Plans for neighborhood health station underway in Scituate

Plans for neighborhood health station underway in Scituate

SCITUATE – Two community organizations have teamed up to create what they are calling a neighborhood health station in Scituate, hoping it will increase health care and wellness services to area residents.

WellOne Primary Medical and Dental Care and the Scituate Health Alliance have plans to establish the station, focused not only on treating illnesses but on maintaining the health and wellness of people in the community.

“Wellness goes well beyond going to the doctor’s (office),” Peter Bancroft, president and CEO of WellOne, told The Valley Breeze & Observer, adding that the facility is “exciting, innovative, and ground-breaking.”

The purpose of the neighborhood health station in Scituate is to “improve the health of its residents and to do so in a way that strengthens the community – physically, emotionally, economically, and socially,” according to a vision statement written by the organizers.

The 5,000-square-foot station, scheduled to open this fall at 35 Village Plaza Way in the Scituate Village Marketplace on Route 6, will be open to anyone, not just Scituate residents.

Offering primary medical, dental, and behavioral health services, organizers say they have plans to expand in the future. They will also partner with community organizations such as a gym, athletic trainers, and nutritionists. Community space inside the facility could be used to host nutritional programs, Bancroft said.

Describing the center as “a little abstract,” Bancroft said, “It’s not operating in a vacuum which is the way a lot of health care works these days.”

A team at the health station will include primary care clinicians, social workers and behavioral health clinicians, physical and occupational therapists, nurses, dentists and dental hygienists, community health workers and health coaches, home health nurses and home health aides, public health nurses, and paramedics and emergency medical technicians, according to a press release.

When asked for examples of other neighborhood health centers, Bancroft said that a facility is in the works in Central Falls but is not expected to open before Scituate’s.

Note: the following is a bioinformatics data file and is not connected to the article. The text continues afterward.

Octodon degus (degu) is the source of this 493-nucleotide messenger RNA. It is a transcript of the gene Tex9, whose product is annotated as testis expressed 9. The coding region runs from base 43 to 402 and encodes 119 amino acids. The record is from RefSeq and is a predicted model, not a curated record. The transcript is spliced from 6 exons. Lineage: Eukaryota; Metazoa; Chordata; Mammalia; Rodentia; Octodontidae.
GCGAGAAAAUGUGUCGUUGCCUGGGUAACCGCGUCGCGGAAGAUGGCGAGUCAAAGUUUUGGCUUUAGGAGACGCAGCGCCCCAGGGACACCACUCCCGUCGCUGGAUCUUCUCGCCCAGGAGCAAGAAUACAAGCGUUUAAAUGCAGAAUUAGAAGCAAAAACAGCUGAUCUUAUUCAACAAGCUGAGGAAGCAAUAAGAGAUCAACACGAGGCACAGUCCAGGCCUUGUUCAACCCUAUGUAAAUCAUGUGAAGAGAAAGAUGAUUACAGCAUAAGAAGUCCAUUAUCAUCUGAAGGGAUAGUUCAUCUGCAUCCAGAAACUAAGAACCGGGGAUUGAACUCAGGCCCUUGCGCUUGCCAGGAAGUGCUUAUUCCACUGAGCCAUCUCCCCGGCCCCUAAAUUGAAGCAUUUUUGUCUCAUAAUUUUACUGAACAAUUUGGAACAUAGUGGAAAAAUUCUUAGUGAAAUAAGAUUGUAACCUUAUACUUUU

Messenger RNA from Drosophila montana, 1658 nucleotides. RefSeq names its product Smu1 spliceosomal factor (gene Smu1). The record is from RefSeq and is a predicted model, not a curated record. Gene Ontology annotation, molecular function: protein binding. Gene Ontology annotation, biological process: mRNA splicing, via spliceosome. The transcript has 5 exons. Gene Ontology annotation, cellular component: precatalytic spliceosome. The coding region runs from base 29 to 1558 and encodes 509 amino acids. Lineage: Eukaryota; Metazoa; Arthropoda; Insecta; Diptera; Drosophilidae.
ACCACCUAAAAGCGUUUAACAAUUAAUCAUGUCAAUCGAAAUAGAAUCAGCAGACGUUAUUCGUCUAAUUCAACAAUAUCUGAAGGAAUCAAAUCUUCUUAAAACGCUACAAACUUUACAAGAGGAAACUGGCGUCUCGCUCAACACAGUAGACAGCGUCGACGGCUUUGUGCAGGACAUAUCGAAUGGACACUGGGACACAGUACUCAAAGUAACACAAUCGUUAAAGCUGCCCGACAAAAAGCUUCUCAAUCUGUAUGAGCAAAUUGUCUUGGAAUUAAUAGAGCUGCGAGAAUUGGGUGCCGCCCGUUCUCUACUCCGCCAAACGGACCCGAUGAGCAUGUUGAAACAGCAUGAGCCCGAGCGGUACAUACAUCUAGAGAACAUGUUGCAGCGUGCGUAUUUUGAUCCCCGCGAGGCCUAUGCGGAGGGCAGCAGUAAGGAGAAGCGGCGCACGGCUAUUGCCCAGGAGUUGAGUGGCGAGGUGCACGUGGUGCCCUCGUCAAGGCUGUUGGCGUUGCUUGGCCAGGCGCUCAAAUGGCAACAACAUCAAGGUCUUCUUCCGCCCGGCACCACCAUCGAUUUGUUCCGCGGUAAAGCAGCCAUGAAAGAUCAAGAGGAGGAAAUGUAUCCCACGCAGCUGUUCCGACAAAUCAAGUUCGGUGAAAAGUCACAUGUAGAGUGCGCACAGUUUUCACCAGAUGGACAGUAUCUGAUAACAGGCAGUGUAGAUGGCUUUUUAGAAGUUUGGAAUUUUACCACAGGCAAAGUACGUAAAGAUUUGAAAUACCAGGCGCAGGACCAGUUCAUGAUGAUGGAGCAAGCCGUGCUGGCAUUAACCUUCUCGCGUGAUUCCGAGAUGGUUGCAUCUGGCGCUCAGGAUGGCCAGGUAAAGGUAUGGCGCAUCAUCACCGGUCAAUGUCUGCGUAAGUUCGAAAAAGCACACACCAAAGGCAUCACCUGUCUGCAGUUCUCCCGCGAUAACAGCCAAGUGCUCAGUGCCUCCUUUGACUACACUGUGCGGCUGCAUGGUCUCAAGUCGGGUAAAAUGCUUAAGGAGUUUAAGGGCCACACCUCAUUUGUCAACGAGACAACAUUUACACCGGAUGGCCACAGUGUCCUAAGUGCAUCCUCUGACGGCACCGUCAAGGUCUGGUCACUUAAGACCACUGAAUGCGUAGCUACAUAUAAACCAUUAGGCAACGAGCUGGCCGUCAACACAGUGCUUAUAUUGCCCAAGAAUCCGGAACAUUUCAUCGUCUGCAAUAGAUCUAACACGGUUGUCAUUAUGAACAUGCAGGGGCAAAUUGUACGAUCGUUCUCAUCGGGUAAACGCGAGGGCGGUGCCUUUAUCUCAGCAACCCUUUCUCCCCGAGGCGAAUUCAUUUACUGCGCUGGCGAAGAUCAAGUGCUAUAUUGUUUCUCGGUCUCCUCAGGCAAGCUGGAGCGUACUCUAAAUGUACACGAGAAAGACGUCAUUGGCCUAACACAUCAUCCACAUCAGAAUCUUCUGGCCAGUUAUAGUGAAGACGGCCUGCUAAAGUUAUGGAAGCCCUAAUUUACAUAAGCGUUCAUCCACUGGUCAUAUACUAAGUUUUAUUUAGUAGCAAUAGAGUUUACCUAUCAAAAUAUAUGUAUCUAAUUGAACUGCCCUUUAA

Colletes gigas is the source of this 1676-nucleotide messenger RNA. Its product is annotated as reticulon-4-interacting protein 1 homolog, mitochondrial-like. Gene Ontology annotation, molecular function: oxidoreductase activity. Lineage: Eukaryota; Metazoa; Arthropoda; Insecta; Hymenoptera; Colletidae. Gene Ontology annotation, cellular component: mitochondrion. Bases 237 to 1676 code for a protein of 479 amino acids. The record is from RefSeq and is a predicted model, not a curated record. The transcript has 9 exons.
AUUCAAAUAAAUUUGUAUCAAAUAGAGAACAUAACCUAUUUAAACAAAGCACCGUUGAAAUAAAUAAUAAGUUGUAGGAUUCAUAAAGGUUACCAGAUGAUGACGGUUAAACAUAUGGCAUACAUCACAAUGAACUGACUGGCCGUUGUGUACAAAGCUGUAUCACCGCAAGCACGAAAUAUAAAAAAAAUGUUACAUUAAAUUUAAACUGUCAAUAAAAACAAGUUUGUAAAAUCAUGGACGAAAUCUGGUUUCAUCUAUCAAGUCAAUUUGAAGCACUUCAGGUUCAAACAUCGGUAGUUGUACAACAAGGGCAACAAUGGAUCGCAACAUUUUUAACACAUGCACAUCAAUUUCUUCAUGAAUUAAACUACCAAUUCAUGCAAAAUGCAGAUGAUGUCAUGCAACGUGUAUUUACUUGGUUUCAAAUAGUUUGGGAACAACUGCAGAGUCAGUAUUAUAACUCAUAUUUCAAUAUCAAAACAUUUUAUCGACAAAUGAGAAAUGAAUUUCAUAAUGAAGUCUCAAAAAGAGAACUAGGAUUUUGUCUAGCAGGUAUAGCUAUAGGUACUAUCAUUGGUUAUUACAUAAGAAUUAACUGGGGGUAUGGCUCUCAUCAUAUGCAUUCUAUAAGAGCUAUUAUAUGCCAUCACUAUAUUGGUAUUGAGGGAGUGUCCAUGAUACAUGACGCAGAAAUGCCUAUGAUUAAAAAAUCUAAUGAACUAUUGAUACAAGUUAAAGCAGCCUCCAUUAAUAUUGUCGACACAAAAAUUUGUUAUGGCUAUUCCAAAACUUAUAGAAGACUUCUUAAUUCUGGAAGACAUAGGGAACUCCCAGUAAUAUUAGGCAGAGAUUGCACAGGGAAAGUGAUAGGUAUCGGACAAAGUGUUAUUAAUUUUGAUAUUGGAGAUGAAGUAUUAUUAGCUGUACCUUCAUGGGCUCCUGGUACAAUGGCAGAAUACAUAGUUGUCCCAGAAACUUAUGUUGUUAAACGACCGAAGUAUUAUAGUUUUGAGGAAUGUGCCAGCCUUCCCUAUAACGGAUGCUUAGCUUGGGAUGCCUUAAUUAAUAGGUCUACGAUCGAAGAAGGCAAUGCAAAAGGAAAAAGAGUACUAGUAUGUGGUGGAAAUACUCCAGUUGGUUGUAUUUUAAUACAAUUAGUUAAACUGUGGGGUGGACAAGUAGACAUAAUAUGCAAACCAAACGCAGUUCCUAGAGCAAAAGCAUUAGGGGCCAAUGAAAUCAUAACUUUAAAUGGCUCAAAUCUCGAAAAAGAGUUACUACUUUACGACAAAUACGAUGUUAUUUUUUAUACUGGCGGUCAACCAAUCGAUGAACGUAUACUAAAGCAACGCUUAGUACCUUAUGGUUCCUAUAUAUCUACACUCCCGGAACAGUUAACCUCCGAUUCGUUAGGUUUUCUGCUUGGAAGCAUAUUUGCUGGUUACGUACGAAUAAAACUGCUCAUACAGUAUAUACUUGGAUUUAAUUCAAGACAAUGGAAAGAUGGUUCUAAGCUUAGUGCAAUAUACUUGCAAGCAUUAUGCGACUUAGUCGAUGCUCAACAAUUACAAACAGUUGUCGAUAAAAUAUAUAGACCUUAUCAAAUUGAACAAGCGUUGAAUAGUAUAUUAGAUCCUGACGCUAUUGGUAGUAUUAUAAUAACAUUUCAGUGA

The center will operate by appointments. Hours have not yet been established.

All insurances will be accepted, Bancroft said, adding that WellOne offers programs for patients who don’t have medical coverage if they meet certain income guidelines.

Located between IGA and Rite Aid Pharmacy, the existing building must be licensed by the Rhode Island Department of Health, Bancroft said. Organizers selected the location because it’s a central, main route through the community and it has ample parking, he added.

Interior construction is expected to take four months, and will include the creation of medical and dental facilities, a conference area to host community events, spaces for substance abuse counseling, and more.

Construction and equipment financing will be provided by Citizens Bank and contributions from WellOne, a nonprofit organization that provides primary medical, dental, behavioral health and related patient support services with offices in Foster, Burrillville, and North Kingstown. The project has received funding for start-up costs from the RIGHA Fund of the Rhode Island Foundation, according to a press release.

Bancroft told The Observer that the Scituate Health Alliance, a nonprofit group that connects Scituate residents with healthcare services, approached WellOne leaders a year-and-a-half ago with the idea to create a neighborhood health station. Alliance leaders, Bancroft said, were concerned about limited medical services available in the local community.

Currently, the alliance has a program that provides uninsured and underinsured low- to moderate-income Scituate residents with access to affordable primary medical and dental care, coordinates community flu clinics, programs for new and expectant families, nursing services, and related services through arrangements with local health care providers, according to the press release.

“The availability of locally accessible primary care services in Scituate has been declining,” John Marchant, president of the Scituate Health Alliance, said in a statement. “This project will address that shortage.”